Monday, July 20, 2015

A Brief History of Stellar Women

Tonight I'm observing at a different big telescope, Gemini North at Mauna Kea Observatory, Hawaii. But I wanted to share a great Explainer post by Dr. Amanda Bauer, a PhD Astronomer and Outreach Officer at the Australian Astronomical Observatory, that discusses spectroscopy. She was named one of Australia's "Top 5 Under 40” science researchers and communicators in March of 2015, and has written lots of blog posts about different aspects of astronomy.

This one about spectroscopy caught my interest because 1) it's my craft, too, and 2) it's one of the things in astronomy, and science in general (the basic principles come from physics and chemistry), that I explain most often/enjoy explaining most.

Here's the link. Check it out!

However, there is a bit of history missing from Dr. Bauer's post that is important. Much of what I and MANY astronomers do today for our research -- using spectra to classify and learn about stars -- is thanks to some extremely smart and dedicated women scientists. Here's a bit (er, actually, a rather long bit) of history.

In the early 1900s, the director of Harvard Observatory, Edward Pickering, had a problem similar to many scientists -- too much data and too little time or resources to analyze and understand it all. Pickering wanted to continue the work of astrophotography pioneer Henry Draper, whose great ambition it was to catalog the entire night sky with images and spectra. Unfortunately, Draper died at 45 before he was able to fulfill this ambition, but his wife Anna Mary Palmer donated money to the newly-founded Harvard College Observatory to fund the completion of this monumental survey. Imagine trying to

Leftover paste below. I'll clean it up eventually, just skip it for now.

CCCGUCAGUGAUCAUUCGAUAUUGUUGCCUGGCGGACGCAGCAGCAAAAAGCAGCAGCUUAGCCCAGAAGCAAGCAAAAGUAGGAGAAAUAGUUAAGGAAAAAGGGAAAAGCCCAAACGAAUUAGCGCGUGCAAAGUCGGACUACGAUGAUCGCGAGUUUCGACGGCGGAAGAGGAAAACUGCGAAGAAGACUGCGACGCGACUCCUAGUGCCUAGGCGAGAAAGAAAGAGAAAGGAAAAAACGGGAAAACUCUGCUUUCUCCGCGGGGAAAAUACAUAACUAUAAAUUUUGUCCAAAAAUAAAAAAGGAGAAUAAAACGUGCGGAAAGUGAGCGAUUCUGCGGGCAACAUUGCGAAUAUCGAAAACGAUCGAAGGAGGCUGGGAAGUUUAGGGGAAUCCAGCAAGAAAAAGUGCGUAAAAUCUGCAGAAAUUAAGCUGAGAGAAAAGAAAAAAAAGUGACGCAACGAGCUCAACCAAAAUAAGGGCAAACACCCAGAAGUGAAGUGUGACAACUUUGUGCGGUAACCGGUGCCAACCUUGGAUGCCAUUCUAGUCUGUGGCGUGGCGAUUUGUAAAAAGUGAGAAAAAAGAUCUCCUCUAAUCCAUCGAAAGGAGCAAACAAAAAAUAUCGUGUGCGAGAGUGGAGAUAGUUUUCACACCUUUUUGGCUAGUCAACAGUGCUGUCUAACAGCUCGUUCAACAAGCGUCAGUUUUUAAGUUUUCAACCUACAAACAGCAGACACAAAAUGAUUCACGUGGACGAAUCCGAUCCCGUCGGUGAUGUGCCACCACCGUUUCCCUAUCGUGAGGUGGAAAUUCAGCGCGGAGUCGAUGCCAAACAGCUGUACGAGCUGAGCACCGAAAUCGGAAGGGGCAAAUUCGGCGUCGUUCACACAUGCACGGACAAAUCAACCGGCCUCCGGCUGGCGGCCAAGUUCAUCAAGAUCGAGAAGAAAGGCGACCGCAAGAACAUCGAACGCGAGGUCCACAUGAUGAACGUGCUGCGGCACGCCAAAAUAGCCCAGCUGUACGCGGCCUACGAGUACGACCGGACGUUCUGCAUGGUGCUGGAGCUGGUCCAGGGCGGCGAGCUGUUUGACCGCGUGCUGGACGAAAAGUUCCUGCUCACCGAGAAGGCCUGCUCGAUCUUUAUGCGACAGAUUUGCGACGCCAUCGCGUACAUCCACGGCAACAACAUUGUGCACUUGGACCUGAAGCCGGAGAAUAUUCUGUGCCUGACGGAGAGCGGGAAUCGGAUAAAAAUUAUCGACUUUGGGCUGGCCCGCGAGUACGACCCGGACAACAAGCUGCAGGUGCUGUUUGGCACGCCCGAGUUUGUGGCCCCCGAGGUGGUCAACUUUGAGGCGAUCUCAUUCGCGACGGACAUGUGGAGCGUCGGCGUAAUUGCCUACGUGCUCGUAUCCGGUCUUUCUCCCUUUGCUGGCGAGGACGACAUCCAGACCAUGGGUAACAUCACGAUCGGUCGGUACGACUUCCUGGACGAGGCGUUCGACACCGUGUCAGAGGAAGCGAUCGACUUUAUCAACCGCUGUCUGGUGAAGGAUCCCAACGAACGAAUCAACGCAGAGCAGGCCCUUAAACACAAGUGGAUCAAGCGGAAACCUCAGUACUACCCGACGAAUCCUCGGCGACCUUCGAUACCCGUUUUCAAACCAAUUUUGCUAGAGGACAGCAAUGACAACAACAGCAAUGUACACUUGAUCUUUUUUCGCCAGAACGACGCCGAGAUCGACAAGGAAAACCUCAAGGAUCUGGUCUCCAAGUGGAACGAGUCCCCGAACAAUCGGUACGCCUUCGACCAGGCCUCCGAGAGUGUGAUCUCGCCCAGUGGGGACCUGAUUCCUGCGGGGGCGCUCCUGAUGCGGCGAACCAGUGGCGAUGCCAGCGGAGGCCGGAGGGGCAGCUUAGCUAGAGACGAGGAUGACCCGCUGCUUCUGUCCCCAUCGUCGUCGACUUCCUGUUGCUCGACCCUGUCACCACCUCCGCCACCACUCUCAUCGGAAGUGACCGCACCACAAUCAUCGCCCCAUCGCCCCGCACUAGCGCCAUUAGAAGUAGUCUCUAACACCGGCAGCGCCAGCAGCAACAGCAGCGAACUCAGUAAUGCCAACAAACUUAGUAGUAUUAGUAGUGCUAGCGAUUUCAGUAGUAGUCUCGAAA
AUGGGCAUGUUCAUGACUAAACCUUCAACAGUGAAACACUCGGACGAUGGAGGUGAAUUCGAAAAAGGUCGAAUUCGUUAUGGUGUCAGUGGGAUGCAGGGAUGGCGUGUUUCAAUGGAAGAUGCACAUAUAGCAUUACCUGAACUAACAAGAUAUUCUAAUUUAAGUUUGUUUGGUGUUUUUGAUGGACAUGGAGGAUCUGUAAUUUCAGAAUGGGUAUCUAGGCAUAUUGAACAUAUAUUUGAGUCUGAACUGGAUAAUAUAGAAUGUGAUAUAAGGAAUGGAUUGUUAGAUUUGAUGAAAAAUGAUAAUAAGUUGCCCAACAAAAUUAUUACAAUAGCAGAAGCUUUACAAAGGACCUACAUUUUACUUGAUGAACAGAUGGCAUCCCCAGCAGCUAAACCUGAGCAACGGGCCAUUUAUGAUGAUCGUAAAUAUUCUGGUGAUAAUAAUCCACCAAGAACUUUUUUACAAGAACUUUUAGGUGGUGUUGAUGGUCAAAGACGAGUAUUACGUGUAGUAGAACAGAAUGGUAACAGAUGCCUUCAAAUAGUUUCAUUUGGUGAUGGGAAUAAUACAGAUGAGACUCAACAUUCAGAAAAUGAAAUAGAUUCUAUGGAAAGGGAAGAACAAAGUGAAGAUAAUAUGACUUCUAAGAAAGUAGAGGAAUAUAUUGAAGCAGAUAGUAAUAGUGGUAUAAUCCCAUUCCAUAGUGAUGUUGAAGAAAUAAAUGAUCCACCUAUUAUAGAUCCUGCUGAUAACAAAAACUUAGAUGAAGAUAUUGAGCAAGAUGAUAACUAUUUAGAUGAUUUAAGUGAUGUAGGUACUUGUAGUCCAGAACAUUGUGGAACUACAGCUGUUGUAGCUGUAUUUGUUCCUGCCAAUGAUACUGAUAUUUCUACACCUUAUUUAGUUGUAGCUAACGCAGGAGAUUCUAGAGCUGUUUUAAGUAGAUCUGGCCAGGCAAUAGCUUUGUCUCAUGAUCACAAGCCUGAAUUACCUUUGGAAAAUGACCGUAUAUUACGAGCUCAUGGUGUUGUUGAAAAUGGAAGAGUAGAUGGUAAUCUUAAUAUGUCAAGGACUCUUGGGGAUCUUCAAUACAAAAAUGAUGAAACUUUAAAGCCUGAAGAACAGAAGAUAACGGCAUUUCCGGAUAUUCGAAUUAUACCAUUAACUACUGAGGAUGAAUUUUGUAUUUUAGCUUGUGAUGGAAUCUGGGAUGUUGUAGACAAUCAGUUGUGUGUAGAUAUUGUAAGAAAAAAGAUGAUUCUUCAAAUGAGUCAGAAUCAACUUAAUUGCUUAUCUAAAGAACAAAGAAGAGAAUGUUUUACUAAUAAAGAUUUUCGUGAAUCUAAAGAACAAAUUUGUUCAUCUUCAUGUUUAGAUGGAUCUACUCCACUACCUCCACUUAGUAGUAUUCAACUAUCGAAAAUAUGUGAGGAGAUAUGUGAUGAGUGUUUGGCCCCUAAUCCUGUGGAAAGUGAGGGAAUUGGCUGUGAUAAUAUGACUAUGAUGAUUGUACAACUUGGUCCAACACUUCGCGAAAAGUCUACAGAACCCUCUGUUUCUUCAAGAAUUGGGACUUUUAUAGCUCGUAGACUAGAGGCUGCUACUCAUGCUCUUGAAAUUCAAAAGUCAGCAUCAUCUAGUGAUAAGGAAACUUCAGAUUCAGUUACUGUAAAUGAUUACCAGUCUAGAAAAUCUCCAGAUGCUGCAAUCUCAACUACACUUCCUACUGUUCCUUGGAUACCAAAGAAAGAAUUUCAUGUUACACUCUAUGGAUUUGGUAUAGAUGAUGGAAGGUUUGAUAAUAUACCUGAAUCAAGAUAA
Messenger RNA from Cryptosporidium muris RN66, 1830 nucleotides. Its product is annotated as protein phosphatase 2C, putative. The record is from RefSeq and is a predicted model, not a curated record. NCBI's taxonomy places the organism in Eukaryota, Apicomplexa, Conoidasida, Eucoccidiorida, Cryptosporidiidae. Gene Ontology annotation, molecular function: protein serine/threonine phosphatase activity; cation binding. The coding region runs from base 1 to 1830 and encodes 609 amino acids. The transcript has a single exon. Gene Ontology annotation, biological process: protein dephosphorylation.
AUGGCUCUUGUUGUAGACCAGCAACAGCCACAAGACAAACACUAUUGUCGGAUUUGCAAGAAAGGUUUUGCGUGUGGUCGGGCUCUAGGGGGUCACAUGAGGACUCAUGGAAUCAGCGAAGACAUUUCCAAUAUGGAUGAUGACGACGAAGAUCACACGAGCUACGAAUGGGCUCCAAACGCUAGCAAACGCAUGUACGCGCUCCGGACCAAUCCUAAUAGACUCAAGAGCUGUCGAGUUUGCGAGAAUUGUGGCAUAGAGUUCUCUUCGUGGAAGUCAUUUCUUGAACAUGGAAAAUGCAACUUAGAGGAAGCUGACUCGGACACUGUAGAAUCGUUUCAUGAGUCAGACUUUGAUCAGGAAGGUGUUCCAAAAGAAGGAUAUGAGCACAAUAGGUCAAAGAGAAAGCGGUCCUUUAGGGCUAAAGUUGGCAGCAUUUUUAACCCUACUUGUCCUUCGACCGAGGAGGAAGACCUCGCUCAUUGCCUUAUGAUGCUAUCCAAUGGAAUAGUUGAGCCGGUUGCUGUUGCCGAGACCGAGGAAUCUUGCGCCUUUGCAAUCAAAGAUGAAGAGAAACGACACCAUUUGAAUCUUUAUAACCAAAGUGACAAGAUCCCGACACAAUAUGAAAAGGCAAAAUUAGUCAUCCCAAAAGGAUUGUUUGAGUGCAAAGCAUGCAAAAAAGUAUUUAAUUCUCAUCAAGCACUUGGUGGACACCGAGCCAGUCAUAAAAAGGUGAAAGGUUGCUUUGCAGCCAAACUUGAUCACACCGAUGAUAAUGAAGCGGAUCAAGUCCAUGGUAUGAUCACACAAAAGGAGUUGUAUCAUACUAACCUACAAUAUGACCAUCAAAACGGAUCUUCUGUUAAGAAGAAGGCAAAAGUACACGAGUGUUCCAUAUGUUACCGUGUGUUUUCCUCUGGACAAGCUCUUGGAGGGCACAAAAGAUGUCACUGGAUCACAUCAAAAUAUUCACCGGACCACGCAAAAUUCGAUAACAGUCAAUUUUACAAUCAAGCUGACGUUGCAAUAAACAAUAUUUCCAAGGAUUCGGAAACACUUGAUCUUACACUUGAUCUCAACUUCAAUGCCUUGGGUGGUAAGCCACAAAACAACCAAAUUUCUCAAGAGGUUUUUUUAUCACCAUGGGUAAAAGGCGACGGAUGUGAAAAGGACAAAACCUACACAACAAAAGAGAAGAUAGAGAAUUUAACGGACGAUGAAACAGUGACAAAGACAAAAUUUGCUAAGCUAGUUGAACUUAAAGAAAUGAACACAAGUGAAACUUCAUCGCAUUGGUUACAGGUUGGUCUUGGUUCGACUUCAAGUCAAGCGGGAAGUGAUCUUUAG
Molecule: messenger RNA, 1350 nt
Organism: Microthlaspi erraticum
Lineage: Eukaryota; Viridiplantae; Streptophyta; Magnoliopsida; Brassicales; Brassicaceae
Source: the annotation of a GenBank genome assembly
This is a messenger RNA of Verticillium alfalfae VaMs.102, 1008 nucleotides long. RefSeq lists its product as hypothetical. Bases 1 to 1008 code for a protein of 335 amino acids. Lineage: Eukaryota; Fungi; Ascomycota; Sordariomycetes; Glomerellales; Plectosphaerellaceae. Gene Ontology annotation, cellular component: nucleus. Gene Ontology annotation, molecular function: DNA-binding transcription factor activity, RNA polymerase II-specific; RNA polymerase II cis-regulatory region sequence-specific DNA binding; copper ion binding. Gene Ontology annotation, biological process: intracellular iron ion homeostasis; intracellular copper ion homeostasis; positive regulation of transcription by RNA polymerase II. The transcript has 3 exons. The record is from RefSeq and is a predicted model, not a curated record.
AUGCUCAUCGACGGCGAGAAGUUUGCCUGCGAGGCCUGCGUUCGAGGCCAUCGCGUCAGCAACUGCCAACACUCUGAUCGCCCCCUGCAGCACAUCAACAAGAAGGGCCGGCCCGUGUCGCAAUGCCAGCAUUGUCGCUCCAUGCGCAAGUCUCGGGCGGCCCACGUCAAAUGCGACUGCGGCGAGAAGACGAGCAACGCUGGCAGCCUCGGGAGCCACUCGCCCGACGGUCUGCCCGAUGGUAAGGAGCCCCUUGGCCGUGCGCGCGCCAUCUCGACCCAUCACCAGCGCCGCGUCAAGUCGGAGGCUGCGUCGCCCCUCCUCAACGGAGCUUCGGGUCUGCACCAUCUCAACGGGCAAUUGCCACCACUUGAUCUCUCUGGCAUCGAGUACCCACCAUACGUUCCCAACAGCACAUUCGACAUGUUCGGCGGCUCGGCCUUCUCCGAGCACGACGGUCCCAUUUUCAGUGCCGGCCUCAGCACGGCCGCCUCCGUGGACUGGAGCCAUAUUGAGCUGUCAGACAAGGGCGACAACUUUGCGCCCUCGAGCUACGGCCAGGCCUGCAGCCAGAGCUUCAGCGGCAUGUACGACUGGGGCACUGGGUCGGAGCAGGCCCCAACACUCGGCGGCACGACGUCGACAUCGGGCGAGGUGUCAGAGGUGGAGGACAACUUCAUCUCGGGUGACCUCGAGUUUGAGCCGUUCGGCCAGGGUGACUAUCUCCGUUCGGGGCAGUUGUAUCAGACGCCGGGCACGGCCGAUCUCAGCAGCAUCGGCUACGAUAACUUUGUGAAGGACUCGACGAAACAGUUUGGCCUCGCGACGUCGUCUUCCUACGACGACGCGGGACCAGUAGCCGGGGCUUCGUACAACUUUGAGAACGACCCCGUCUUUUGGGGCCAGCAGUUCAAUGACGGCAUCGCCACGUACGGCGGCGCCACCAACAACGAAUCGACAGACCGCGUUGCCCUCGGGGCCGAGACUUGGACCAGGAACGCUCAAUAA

that could be photographed in the night sky!

So, why would Pickering hire women to help, in a time when women's work was valued even less than they are today? He could pay them less -- 25-35 cents an hour of work six days a week, seven hours a day, below what they would make in clerical work. Thus, Pickering could hire more women workers for the same price as half the number of men, and get more stars classified more quickly. The story also goes that at one point, Pickering became frustrated with his male assistant(s) and declared his maid could do a better job! I guess that was meant to be derogatory towards women, but turns out it was true --Pickering hired his maid at the time, Williamina Fleming, who went on to become the Curator of Astronomical Photographs, the first corporate appointment of a woman at Harvard ever.

Harvard Computers, 1892. Maury third from left, with magnifying glass. Flemming standing at center.

Fleming was responsible for cataloging, indexing, examining, and caring for all of the photographic plates in the Harvard catalog, as well as directing about a dozen other women "Harvard Computers". She examined over 10,000 stars (WHOA) and developed classification system for the stars from A to Q, based on how much hydrogen they showed in their spectra. In 1890 Pickering published the first Henry Draper Catalog.